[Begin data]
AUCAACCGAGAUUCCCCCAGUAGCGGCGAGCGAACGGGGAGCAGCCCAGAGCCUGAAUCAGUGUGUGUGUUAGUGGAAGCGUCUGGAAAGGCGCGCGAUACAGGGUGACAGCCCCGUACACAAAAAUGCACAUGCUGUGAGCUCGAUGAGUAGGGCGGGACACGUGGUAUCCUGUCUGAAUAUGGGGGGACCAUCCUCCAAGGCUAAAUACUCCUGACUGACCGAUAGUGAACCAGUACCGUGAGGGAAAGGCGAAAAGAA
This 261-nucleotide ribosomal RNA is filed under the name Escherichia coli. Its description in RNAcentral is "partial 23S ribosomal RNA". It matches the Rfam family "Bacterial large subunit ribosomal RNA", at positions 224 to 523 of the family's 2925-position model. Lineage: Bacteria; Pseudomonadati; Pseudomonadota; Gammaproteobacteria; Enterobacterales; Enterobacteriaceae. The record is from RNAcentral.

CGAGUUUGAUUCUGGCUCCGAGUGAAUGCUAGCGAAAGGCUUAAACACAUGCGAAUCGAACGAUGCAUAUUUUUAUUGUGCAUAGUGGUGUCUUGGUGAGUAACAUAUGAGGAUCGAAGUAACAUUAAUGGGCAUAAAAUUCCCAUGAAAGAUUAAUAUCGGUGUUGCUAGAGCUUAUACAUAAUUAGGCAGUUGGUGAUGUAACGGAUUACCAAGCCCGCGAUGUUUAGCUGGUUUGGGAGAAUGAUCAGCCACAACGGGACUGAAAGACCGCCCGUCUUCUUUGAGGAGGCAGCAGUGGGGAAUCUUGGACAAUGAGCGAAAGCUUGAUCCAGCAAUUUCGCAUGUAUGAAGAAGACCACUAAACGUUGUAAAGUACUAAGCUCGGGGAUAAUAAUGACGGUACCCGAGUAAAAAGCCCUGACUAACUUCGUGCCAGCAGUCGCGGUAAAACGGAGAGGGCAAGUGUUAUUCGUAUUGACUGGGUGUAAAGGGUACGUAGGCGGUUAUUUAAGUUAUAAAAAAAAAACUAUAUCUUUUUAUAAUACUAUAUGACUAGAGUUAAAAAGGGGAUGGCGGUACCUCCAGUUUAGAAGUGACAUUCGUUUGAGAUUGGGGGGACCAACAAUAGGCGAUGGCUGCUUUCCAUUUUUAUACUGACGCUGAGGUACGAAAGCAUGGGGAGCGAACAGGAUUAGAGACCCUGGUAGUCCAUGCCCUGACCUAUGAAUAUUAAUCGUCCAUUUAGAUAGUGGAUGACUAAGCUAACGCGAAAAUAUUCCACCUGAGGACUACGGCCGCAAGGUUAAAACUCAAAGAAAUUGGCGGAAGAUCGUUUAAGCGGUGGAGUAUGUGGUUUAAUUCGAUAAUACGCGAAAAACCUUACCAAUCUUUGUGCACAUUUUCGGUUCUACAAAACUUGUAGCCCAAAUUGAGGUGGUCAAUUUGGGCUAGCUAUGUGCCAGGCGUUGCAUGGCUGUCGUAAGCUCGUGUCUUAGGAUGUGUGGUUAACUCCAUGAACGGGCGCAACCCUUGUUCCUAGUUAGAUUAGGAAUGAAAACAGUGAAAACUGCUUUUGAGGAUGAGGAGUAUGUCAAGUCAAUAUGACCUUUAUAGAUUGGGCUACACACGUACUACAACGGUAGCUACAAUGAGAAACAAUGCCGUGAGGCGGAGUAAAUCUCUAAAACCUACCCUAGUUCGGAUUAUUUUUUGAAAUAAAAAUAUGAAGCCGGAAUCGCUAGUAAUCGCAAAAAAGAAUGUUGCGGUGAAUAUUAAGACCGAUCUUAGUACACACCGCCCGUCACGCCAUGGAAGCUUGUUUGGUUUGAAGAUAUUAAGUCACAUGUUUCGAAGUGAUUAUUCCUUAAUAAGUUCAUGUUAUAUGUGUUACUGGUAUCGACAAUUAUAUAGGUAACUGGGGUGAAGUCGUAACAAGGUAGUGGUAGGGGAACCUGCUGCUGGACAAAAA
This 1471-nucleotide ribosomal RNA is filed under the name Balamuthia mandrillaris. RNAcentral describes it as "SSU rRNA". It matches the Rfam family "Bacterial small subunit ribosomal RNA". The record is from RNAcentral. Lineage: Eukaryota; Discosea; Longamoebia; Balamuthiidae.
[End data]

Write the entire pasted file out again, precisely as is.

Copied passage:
AUCAACCGAGAUUCCCCCAGUAGCGGCGAGCGAACGGGGAGCAGCCCAGAGCCUGAAUCAGUGUGUGUGUUAGUGGAAGCGUCUGGAAAGGCGCGCGAUACAGGGUGACAGCCCCGUACACAAAAAUGCACAUGCUGUGAGCUCGAUGAGUAGGGCGGGACACGUGGUAUCCUGUCUGAAUAUGGGGGGACCAUCCUCCAAGGCUAAAUACUCCUGACUGACCGAUAGUGAACCAGUACCGUGAGGGAAAGGCGAAAAGAA
This 261-nucleotide ribosomal RNA is filed under the name Escherichia coli. Its description in RNAcentral is "partial 23S ribosomal RNA". It matches the Rfam family "Bacterial large subunit ribosomal RNA", at positions 224 to 523 of the family's 2925-position model. Lineage: Bacteria; Pseudomonadati; Pseudomonadota; Gammaproteobacteria; Enterobacterales; Enterobacteriaceae. The record is from RNAcentral.

CGAGUUUGAUUCUGGCUCCGAGUGAAUGCUAGCGAAAGGCUUAAACACAUGCGAAUCGAACGAUGCAUAUUUUUAUUGUGCAUAGUGGUGUCUUGGUGAGUAACAUAUGAGGAUCGAAGUAACAUUAAUGGGCAUAAAAUUCCCAUGAAAGAUUAAUAUCGGUGUUGCUAGAGCUUAUACAUAAUUAGGCAGUUGGUGAUGUAACGGAUUACCAAGCCCGCGAUGUUUAGCUGGUUUGGGAGAAUGAUCAGCCACAACGGGACUGAAAGACCGCCCGUCUUCUUUGAGGAGGCAGCAGUGGGGAAUCUUGGACAAUGAGCGAAAGCUUGAUCCAGCAAUUUCGCAUGUAUGAAGAAGACCACUAAACGUUGUAAAGUACUAAGCUCGGGGAUAAUAAUGACGGUACCCGAGUAAAAAGCCCUGACUAACUUCGUGCCAGCAGUCGCGGUAAAACGGAGAGGGCAAGUGUUAUUCGUAUUGACUGGGUGUAAAGGGUACGUAGGCGGUUAUUUAAGUUAUAAAAAAAAAACUAUAUCUUUUUAUAAUACUAUAUGACUAGAGUUAAAAAGGGGAUGGCGGUACCUCCAGUUUAGAAGUGACAUUCGUUUGAGAUUGGGGGGACCAACAAUAGGCGAUGGCUGCUUUCCAUUUUUAUACUGACGCUGAGGUACGAAAGCAUGGGGAGCGAACAGGAUUAGAGACCCUGGUAGUCCAUGCCCUGACCUAUGAAUAUUAAUCGUCCAUUUAGAUAGUGGAUGACUAAGCUAACGCGAAAAUAUUCCACCUGAGGACUACGGCCGCAAGGUUAAAACUCAAAGAAAUUGGCGGAAGAUCGUUUAAGCGGUGGAGUAUGUGGUUUAAUUCGAUAAUACGCGAAAAACCUUACCAAUCUUUGUGCACAUUUUCGGUUCUACAAAACUUGUAGCCCAAAUUGAGGUGGUCAAUUUGGGCUAGCUAUGUGCCAGGCGUUGCAUGGCUGUCGUAAGCUCGUGUCUUAGGAUGUGUGGUUAACUCCAUGAACGGGCGCAACCCUUGUUCCUAGUUAGAUUAGGAAUGAAAACAGUGAAAACUGCUUUUGAGGAUGAGGAGUAUGUCAAGUCAAUAUGACCUUUAUAGAUUGGGCUACACACGUACUACAACGGUAGCUACAAUGAGAAACAAUGCCGUGAGGCGGAGUAAAUCUCUAAAACCUACCCUAGUUCGGAUUAUUUUUUGAAAUAAAAAUAUGAAGCCGGAAUCGCUAGUAAUCGCAAAAAAGAAUGUUGCGGUGAAUAUUAAGACCGAUCUUAGUACACACCGCCCGUCACGCCAUGGAAGCUUGUUUGGUUUGAAGAUAUUAAGUCACAUGUUUCGAAGUGAUUAUUCCUUAAUAAGUUCAUGUUAUAUGUGUUACUGGUAUCGACAAUUAUAUAGGUAACUGGGGUGAAGUCGUAACAAGGUAGUGGUAGGGGAACCUGCUGCUGGACAAAAA
This 1471-nucleotide ribosomal RNA is filed under the name Balamuthia mandrillaris. RNAcentral describes it as "SSU rRNA". It matches the Rfam family "Bacterial small subunit ribosomal RNA". The record is from RNAcentral. Lineage: Eukaryota; Discosea; Longamoebia; Balamuthiidae.